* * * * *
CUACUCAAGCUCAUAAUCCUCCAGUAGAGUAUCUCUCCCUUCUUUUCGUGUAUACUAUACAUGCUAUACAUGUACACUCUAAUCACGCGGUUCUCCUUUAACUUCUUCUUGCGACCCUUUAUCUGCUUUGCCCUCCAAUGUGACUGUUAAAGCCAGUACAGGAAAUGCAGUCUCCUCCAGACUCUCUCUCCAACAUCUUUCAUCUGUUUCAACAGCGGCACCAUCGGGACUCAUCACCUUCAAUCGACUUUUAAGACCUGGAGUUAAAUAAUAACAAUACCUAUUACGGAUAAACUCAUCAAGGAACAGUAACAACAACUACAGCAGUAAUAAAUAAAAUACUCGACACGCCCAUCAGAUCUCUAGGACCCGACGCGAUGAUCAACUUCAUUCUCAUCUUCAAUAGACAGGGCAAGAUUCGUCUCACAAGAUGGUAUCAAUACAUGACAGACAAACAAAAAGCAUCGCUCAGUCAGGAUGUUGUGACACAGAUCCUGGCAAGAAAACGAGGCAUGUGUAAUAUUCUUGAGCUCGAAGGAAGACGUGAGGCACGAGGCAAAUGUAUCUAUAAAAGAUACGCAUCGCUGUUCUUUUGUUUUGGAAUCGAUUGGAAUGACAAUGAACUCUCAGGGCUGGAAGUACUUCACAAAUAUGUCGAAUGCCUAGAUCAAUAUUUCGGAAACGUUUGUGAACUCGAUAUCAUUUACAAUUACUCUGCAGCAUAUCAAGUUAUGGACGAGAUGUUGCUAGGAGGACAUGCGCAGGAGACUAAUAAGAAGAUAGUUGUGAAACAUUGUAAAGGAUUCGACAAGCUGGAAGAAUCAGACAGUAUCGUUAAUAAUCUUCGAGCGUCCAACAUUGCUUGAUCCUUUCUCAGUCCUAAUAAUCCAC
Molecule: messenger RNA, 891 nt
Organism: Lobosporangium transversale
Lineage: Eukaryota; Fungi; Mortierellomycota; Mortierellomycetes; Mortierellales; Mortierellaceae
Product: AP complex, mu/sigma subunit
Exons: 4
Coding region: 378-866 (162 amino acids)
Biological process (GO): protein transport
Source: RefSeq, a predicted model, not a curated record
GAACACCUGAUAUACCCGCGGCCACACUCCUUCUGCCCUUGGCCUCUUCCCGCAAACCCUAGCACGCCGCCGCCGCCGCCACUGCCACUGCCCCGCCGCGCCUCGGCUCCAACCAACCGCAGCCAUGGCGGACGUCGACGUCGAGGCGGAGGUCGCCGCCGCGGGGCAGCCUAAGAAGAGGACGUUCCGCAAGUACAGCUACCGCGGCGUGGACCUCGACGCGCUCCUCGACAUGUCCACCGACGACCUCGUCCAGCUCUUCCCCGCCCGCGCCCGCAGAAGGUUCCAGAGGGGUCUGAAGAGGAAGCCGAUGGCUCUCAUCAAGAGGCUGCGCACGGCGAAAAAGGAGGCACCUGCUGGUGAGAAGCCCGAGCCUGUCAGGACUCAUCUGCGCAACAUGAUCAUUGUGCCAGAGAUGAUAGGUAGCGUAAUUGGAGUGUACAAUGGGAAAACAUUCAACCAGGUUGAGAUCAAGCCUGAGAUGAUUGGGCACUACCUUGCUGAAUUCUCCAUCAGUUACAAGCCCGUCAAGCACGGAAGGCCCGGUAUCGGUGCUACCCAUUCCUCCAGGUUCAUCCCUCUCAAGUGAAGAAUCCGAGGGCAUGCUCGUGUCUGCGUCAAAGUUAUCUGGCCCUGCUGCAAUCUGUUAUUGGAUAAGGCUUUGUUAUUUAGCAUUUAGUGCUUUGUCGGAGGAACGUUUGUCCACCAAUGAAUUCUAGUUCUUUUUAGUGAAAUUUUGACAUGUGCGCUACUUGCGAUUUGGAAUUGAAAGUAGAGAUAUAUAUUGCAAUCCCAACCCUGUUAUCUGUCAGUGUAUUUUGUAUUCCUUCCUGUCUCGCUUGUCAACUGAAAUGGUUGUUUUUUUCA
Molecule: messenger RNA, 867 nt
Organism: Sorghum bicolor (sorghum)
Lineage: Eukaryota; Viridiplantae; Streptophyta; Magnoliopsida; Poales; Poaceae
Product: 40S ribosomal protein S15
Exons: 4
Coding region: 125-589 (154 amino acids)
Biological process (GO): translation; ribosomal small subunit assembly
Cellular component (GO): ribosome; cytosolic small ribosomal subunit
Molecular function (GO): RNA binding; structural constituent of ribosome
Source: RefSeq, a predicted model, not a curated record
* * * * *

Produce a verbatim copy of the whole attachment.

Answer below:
CUACUCAAGCUCAUAAUCCUCCAGUAGAGUAUCUCUCCCUUCUUUUCGUGUAUACUAUACAUGCUAUACAUGUACACUCUAAUCACGCGGUUCUCCUUUAACUUCUUCUUGCGACCCUUUAUCUGCUUUGCCCUCCAAUGUGACUGUUAAAGCCAGUACAGGAAAUGCAGUCUCCUCCAGACUCUCUCUCCAACAUCUUUCAUCUGUUUCAACAGCGGCACCAUCGGGACUCAUCACCUUCAAUCGACUUUUAAGACCUGGAGUUAAAUAAUAACAAUACCUAUUACGGAUAAACUCAUCAAGGAACAGUAACAACAACUACAGCAGUAAUAAAUAAAAUACUCGACACGCCCAUCAGAUCUCUAGGACCCGACGCGAUGAUCAACUUCAUUCUCAUCUUCAAUAGACAGGGCAAGAUUCGUCUCACAAGAUGGUAUCAAUACAUGACAGACAAACAAAAAGCAUCGCUCAGUCAGGAUGUUGUGACACAGAUCCUGGCAAGAAAACGAGGCAUGUGUAAUAUUCUUGAGCUCGAAGGAAGACGUGAGGCACGAGGCAAAUGUAUCUAUAAAAGAUACGCAUCGCUGUUCUUUUGUUUUGGAAUCGAUUGGAAUGACAAUGAACUCUCAGGGCUGGAAGUACUUCACAAAUAUGUCGAAUGCCUAGAUCAAUAUUUCGGAAACGUUUGUGAACUCGAUAUCAUUUACAAUUACUCUGCAGCAUAUCAAGUUAUGGACGAGAUGUUGCUAGGAGGACAUGCGCAGGAGACUAAUAAGAAGAUAGUUGUGAAACAUUGUAAAGGAUUCGACAAGCUGGAAGAAUCAGACAGUAUCGUUAAUAAUCUUCGAGCGUCCAACAUUGCUUGAUCCUUUCUCAGUCCUAAUAAUCCAC
Molecule: messenger RNA, 891 nt
Organism: Lobosporangium transversale
Lineage: Eukaryota; Fungi; Mortierellomycota; Mortierellomycetes; Mortierellales; Mortierellaceae
Product: AP complex, mu/sigma subunit
Exons: 4
Coding region: 378-866 (162 amino acids)
Biological process (GO): protein transport
Source: RefSeq, a predicted model, not a curated record
GAACACCUGAUAUACCCGCGGCCACACUCCUUCUGCCCUUGGCCUCUUCCCGCAAACCCUAGCACGCCGCCGCCGCCGCCACUGCCACUGCCCCGCCGCGCCUCGGCUCCAACCAACCGCAGCCAUGGCGGACGUCGACGUCGAGGCGGAGGUCGCCGCCGCGGGGCAGCCUAAGAAGAGGACGUUCCGCAAGUACAGCUACCGCGGCGUGGACCUCGACGCGCUCCUCGACAUGUCCACCGACGACCUCGUCCAGCUCUUCCCCGCCCGCGCCCGCAGAAGGUUCCAGAGGGGUCUGAAGAGGAAGCCGAUGGCUCUCAUCAAGAGGCUGCGCACGGCGAAAAAGGAGGCACCUGCUGGUGAGAAGCCCGAGCCUGUCAGGACUCAUCUGCGCAACAUGAUCAUUGUGCCAGAGAUGAUAGGUAGCGUAAUUGGAGUGUACAAUGGGAAAACAUUCAACCAGGUUGAGAUCAAGCCUGAGAUGAUUGGGCACUACCUUGCUGAAUUCUCCAUCAGUUACAAGCCCGUCAAGCACGGAAGGCCCGGUAUCGGUGCUACCCAUUCCUCCAGGUUCAUCCCUCUCAAGUGAAGAAUCCGAGGGCAUGCUCGUGUCUGCGUCAAAGUUAUCUGGCCCUGCUGCAAUCUGUUAUUGGAUAAGGCUUUGUUAUUUAGCAUUUAGUGCUUUGUCGGAGGAACGUUUGUCCACCAAUGAAUUCUAGUUCUUUUUAGUGAAAUUUUGACAUGUGCGCUACUUGCGAUUUGGAAUUGAAAGUAGAGAUAUAUAUUGCAAUCCCAACCCUGUUAUCUGUCAGUGUAUUUUGUAUUCCUUCCUGUCUCGCUUGUCAACUGAAAUGGUUGUUUUUUUCA
Molecule: messenger RNA, 867 nt
Organism: Sorghum bicolor (sorghum)
Lineage: Eukaryota; Viridiplantae; Streptophyta; Magnoliopsida; Poales; Poaceae
Product: 40S ribosomal protein S15
Exons: 4
Coding region: 125-589 (154 amino acids)
Biological process (GO): translation; ribosomal small subunit assembly
Cellular component (GO): ribosome; cytosolic small ribosomal subunit
Molecular function (GO): RNA binding; structural constituent of ribosome
Source: RefSeq, a predicted model, not a curated record